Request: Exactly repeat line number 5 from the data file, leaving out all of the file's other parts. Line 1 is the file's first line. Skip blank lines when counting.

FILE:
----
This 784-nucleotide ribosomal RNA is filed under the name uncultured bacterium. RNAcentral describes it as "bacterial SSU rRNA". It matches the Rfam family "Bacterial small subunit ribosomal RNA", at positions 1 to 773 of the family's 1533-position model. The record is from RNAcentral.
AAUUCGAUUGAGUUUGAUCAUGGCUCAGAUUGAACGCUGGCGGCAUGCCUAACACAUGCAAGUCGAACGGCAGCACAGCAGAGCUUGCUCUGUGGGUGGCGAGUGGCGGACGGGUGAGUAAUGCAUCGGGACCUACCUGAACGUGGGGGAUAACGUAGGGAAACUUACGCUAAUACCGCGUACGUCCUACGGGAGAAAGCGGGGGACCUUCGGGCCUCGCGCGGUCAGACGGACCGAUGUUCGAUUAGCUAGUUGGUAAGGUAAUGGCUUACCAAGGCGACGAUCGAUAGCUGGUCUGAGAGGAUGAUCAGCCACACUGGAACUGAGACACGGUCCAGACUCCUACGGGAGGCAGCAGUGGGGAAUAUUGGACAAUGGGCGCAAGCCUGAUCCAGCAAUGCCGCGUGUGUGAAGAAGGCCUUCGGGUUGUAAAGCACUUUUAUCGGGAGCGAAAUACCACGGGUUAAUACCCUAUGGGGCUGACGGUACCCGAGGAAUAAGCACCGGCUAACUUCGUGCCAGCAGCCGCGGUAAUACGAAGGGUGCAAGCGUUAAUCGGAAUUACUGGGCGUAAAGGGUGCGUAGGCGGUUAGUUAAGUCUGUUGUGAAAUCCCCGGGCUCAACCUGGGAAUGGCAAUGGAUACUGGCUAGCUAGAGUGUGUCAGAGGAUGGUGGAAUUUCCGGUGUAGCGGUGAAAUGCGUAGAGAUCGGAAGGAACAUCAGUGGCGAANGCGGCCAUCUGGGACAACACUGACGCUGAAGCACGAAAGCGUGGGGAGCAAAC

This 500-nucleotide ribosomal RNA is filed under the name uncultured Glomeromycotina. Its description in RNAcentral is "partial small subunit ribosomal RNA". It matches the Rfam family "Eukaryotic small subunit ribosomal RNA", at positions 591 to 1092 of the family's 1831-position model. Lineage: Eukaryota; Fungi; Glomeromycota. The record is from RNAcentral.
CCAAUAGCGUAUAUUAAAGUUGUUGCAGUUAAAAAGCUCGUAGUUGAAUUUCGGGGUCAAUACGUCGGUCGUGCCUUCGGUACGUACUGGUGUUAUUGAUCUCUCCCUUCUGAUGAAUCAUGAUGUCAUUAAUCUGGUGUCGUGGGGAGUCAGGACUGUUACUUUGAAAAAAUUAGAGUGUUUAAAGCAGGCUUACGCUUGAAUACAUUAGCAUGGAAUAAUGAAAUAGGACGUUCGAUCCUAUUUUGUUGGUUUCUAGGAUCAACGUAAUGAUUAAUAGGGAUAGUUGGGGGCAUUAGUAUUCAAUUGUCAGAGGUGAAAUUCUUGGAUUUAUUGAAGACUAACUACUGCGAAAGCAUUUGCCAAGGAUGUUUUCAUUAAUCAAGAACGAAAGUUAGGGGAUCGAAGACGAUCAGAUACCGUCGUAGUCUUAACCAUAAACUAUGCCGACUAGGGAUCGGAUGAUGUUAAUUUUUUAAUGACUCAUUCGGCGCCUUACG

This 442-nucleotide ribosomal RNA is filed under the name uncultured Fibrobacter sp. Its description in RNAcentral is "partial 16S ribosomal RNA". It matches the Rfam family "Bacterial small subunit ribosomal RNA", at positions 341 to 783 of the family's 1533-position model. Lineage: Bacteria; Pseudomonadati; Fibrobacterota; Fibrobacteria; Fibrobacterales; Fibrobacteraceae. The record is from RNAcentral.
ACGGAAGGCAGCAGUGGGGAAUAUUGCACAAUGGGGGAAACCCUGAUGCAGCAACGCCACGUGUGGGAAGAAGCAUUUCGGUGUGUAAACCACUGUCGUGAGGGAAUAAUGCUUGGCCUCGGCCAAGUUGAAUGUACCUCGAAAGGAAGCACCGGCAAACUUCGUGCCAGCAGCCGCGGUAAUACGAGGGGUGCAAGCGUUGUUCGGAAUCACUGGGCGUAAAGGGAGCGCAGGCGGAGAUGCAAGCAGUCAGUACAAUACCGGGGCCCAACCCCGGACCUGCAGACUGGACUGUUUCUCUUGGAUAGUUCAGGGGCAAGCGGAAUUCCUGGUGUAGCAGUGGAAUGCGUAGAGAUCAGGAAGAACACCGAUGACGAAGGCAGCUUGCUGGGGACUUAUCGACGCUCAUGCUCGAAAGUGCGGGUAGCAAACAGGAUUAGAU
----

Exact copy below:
This 442-nucleotide ribosomal RNA is filed under the name uncultured Fibrobacter sp. Its description in RNAcentral is "partial 16S ribosomal RNA". It matches the Rfam family "Bacterial small subunit ribosomal RNA", at positions 341 to 783 of the family's 1533-position model. Lineage: Bacteria; Pseudomonadati; Fibrobacterota; Fibrobacteria; Fibrobacterales; Fibrobacteraceae. The record is from RNAcentral.